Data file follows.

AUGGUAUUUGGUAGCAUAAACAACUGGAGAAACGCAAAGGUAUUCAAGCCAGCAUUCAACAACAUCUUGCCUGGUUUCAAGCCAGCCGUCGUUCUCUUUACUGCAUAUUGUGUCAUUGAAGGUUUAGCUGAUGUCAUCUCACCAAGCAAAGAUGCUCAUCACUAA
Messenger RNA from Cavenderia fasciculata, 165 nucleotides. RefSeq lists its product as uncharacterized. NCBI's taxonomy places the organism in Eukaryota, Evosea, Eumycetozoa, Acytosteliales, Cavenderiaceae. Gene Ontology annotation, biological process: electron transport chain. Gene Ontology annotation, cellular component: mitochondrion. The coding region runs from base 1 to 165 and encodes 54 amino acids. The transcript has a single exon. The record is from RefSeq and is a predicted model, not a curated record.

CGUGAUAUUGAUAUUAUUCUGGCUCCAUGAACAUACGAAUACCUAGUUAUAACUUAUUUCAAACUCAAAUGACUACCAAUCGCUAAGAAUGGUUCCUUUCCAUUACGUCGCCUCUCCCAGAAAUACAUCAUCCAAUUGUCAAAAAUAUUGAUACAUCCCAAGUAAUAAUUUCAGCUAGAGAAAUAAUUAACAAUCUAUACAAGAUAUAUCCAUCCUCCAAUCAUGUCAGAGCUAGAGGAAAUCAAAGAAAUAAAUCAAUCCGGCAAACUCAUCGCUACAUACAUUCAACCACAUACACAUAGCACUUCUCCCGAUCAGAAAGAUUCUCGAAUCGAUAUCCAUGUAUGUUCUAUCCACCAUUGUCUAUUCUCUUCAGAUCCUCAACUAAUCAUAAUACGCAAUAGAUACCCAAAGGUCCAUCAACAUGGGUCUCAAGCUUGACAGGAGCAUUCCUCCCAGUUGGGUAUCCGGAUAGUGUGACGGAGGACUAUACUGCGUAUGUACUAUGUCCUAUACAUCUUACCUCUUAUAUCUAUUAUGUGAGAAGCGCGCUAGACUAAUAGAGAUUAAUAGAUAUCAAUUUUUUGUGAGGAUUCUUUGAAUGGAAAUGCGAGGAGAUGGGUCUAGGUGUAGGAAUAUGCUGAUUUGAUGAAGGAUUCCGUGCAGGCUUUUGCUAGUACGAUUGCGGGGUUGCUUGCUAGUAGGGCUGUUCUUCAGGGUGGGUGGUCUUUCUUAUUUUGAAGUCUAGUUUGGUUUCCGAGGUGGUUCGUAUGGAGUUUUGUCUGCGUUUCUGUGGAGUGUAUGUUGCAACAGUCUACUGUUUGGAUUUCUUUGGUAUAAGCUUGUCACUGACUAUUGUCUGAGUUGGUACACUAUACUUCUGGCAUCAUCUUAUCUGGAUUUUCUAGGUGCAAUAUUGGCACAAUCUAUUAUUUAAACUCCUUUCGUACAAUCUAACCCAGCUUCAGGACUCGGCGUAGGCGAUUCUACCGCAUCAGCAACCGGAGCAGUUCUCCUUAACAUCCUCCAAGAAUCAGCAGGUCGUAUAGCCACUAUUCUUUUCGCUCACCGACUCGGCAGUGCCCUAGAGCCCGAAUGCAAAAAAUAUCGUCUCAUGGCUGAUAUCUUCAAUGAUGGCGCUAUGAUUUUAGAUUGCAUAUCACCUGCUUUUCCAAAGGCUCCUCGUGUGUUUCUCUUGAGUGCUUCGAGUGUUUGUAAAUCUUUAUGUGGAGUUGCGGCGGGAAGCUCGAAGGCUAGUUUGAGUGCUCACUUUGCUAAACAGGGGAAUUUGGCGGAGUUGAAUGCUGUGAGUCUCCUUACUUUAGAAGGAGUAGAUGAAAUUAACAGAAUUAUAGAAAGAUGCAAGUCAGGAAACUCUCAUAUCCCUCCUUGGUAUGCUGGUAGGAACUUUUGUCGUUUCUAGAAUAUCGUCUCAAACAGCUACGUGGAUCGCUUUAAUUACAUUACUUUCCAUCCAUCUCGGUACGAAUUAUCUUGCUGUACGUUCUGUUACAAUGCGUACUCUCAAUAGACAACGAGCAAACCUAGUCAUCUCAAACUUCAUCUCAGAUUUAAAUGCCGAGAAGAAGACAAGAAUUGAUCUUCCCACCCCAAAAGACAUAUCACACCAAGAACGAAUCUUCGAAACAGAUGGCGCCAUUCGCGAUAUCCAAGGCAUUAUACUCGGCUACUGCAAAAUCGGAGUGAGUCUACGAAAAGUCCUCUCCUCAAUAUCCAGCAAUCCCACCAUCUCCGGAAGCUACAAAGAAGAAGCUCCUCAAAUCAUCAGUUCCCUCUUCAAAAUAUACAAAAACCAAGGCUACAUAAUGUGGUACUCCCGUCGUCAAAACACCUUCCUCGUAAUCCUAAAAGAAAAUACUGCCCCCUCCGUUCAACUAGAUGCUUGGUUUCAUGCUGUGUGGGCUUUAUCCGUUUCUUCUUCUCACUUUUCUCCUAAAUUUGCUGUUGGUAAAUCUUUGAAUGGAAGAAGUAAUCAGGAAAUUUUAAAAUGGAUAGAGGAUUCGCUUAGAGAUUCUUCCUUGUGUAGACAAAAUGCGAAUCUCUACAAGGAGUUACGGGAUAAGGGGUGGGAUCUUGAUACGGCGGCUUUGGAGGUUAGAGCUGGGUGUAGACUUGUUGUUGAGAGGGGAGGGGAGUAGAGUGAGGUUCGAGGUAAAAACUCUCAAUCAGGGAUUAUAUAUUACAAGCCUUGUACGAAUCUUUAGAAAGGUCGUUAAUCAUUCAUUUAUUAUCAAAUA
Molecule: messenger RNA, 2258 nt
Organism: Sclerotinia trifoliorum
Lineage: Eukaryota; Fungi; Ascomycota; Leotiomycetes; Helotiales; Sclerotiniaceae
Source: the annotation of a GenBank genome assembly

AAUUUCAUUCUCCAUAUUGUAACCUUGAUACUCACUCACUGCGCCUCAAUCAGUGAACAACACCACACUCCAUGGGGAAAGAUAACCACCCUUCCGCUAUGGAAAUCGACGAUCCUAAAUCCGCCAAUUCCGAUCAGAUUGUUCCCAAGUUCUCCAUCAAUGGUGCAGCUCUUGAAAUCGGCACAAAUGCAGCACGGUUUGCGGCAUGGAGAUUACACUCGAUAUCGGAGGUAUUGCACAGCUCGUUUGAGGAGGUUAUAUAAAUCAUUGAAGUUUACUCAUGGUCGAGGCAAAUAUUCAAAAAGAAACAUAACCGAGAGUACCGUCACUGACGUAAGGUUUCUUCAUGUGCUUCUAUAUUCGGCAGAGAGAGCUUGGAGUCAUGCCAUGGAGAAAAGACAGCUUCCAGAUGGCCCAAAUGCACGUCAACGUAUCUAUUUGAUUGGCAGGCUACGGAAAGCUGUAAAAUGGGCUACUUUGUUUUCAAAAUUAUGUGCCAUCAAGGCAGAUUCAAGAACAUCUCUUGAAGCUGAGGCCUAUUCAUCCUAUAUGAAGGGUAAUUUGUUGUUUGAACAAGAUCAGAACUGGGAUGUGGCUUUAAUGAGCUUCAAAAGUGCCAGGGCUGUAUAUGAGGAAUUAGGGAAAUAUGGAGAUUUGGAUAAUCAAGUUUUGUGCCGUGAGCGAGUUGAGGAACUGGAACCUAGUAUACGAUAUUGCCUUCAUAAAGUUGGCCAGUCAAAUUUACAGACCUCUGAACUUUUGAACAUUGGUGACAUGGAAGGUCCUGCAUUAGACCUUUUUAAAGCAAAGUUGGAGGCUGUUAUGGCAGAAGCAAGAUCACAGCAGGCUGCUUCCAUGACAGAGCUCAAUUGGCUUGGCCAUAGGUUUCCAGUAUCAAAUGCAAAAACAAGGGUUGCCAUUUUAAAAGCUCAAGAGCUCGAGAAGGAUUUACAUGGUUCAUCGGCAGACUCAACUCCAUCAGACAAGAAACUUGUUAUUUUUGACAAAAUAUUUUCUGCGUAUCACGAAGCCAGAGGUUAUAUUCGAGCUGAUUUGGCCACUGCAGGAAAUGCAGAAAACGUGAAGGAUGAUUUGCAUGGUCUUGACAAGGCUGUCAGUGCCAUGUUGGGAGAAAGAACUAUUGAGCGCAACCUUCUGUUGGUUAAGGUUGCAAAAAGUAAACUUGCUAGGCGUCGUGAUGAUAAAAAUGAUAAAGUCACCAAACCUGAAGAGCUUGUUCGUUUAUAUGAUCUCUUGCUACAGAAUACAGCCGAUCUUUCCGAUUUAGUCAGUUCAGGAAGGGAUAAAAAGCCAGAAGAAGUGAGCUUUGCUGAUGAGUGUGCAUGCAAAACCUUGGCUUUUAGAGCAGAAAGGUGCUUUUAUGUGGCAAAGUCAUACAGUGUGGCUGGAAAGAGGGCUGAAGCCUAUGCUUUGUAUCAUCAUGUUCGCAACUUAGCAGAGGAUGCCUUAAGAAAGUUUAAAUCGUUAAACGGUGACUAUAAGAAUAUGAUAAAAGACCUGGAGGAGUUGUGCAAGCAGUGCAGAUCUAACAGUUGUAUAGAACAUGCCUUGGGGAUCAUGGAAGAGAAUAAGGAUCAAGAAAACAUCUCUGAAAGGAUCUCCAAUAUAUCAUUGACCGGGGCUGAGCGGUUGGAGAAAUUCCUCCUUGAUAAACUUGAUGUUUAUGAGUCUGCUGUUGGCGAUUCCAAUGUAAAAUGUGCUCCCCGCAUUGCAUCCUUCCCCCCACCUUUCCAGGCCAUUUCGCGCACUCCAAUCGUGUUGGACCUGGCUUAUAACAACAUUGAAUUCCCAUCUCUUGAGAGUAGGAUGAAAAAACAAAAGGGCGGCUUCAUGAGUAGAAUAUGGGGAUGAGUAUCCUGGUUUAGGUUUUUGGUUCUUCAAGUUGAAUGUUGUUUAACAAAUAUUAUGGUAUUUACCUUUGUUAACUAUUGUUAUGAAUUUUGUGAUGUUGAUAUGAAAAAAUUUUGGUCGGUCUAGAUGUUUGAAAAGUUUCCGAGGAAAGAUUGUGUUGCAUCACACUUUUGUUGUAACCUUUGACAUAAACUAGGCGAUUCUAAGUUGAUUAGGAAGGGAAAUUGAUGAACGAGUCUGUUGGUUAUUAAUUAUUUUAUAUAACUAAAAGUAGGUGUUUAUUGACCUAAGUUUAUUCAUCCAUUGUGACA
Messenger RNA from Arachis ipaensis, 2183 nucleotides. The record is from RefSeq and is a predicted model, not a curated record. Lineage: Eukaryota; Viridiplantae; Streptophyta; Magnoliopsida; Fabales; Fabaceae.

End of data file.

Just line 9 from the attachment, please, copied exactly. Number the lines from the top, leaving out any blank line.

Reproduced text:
Messenger RNA from Arachis ipaensis, 2183 nucleotides. The record is from RefSeq and is a predicted model, not a curated record. Lineage: Eukaryota; Viridiplantae; Streptophyta; Magnoliopsida; Fabales; Fabaceae.